The review complaining about the lack of proofs is not representative of the attitude of most of the class. When Hueter actually did a couple of really short proofs, most of the class started hyperventilating, "OMG, ARE WE EXPECTED TO KNOW THOSE PROOFS ON THE EXAM?!?!" (I guess they forgot that they get a cheat sheet anyway even if we did?) Still, she derived a lot of the formulas in lecture (at least when she was using the blackboard during the stats portion of the class) if that's what you're into.

The class was very late (7:40-8:55pm) and as such the class demographic was a real hodgepodge: 18 year old SEAS and comp sci undergrads, engineering grad students, MBA candidates from the business school, and a few middle aged guys in suits who looked like they just got of work at the Morgan Stanley trading desk. And those were just the ones who showed up (I'd guess on a typical night there was 25-30% attendance.) I showed up regularly to lecture and I liked the atmosphere of the class and mix of people (not too many whiny kids.)

#### Workload:

I don't know how anyone can complain about the homework. There were 7-12 problems from the book assigned every week, half of which have answers in the back of the book. Honestly, you don't even need to know what you are doing when you do them, just look at the examples in the book that are similar to the problem and use whatever formula and method the example uses. This has nothing to do with Hueter or the course, it's just the structure of the book (the book is meh.) 14 homeworks are assigned and she drops the lowest 4. Let me repeat, she drops the lowest FOUR. Homework counts for 30% of your grade.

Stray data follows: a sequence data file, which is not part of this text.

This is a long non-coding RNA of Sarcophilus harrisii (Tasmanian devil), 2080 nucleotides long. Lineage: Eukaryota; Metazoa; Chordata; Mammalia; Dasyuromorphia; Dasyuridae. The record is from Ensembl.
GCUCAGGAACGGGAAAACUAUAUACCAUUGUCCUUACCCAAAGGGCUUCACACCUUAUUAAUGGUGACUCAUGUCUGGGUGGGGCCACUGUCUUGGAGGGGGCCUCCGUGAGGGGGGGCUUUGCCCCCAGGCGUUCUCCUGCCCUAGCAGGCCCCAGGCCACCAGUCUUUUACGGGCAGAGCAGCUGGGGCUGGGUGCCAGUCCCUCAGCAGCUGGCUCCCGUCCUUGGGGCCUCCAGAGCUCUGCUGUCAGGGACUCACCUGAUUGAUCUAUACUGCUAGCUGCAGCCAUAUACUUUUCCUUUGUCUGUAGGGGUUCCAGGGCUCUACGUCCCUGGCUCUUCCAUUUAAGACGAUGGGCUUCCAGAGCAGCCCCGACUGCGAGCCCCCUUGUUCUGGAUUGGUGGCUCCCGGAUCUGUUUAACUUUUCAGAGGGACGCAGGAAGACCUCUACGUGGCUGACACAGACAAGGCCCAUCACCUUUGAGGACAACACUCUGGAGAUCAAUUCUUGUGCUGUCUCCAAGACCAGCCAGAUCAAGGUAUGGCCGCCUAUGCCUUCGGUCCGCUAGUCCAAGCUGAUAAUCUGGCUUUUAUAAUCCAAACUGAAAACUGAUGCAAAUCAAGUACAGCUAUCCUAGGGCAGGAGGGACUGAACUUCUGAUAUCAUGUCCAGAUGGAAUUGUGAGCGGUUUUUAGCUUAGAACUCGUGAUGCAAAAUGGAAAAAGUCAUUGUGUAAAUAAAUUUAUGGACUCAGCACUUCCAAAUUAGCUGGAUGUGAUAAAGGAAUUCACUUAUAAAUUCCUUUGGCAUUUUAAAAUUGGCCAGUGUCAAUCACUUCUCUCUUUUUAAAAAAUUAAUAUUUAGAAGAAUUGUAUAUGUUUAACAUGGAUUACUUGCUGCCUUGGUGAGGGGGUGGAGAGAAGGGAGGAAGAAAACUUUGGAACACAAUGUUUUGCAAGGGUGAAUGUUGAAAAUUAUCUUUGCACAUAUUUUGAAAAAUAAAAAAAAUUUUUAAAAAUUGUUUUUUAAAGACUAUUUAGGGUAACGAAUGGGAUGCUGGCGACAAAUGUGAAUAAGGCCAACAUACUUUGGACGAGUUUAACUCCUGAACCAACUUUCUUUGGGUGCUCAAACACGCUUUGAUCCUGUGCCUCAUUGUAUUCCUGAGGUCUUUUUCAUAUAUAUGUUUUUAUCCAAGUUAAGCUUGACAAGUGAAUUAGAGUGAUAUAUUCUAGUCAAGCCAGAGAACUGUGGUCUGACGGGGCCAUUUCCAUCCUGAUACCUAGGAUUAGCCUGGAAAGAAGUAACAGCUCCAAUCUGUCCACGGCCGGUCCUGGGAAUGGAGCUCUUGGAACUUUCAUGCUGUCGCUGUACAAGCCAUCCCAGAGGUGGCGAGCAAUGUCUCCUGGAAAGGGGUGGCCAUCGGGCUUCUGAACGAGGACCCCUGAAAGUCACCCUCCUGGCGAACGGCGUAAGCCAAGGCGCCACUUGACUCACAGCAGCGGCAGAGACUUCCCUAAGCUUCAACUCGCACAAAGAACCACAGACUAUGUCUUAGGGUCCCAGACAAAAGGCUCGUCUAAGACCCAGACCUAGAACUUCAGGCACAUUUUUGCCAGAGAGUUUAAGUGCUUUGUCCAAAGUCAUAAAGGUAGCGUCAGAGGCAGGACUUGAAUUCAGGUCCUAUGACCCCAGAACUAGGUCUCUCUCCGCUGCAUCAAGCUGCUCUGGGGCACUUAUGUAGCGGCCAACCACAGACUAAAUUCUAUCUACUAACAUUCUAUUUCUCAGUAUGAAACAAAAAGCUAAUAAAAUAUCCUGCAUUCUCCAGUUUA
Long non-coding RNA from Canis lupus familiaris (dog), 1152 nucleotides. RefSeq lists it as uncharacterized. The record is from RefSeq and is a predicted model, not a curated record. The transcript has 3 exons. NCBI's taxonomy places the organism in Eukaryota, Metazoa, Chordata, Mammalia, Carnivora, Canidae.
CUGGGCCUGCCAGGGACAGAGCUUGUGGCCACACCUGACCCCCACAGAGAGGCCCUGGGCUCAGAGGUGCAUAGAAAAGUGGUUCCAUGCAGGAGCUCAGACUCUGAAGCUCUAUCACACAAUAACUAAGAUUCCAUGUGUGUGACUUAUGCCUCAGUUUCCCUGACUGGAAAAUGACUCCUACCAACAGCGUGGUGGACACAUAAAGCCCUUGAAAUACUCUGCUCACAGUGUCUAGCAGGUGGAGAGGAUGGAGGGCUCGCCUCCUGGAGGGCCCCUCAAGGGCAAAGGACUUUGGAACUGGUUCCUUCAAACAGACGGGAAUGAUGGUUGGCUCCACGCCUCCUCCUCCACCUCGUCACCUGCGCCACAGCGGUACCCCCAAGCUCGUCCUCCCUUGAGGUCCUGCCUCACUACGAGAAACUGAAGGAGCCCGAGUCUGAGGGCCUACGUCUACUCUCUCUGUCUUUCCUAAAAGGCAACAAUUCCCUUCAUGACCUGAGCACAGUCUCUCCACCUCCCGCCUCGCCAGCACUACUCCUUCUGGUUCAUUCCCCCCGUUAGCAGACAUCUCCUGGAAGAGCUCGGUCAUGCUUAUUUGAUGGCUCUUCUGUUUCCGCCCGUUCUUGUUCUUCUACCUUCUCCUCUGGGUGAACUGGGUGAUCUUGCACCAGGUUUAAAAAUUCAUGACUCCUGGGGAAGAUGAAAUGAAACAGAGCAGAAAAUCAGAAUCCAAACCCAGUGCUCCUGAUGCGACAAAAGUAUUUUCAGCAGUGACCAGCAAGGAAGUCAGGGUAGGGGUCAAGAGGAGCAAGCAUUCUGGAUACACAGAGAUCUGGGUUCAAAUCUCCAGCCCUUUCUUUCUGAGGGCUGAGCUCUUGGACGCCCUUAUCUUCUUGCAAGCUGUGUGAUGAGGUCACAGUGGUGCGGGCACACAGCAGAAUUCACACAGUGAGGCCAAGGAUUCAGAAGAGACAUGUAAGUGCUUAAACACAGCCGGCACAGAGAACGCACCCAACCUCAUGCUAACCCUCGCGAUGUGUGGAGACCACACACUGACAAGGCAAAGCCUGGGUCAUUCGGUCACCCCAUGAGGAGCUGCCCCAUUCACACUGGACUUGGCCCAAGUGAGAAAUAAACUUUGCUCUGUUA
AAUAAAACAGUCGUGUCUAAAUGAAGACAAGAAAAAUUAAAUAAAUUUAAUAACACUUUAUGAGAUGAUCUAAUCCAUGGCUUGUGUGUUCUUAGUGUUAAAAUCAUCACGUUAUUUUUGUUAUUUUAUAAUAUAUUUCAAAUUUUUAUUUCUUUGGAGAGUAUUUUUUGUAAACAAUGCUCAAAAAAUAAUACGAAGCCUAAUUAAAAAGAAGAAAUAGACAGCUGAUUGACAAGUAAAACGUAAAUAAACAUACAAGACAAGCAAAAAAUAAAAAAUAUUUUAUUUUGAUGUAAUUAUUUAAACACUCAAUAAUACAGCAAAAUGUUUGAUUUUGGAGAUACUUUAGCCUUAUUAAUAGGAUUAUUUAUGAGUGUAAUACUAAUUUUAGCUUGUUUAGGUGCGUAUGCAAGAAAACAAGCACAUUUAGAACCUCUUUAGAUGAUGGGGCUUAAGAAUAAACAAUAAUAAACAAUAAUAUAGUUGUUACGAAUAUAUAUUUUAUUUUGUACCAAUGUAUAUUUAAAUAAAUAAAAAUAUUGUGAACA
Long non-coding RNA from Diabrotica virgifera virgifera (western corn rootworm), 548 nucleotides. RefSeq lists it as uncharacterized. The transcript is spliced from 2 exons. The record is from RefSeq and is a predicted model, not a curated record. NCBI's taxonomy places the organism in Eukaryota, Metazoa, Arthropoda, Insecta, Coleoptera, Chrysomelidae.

There is one midterm worth 30% of your grade. You get a one sided cheat sheet that you can put anything on. The exam is straightforward, and graded fairly generously. You can get a question wrong, but still get a lot of partial credit for using the right formula or just showing some semblance of knowing what the hell you were doing. The average was very high.

The final is worth 40% of your grade. It is "cumulative" but weighted more toward the later material. Very similar to the midterm in format and you are allowed a two sided cheat sheet. I imagine it was graded the same way as the midterm and I imagine the average was very high again since the level of difficultly was about the same.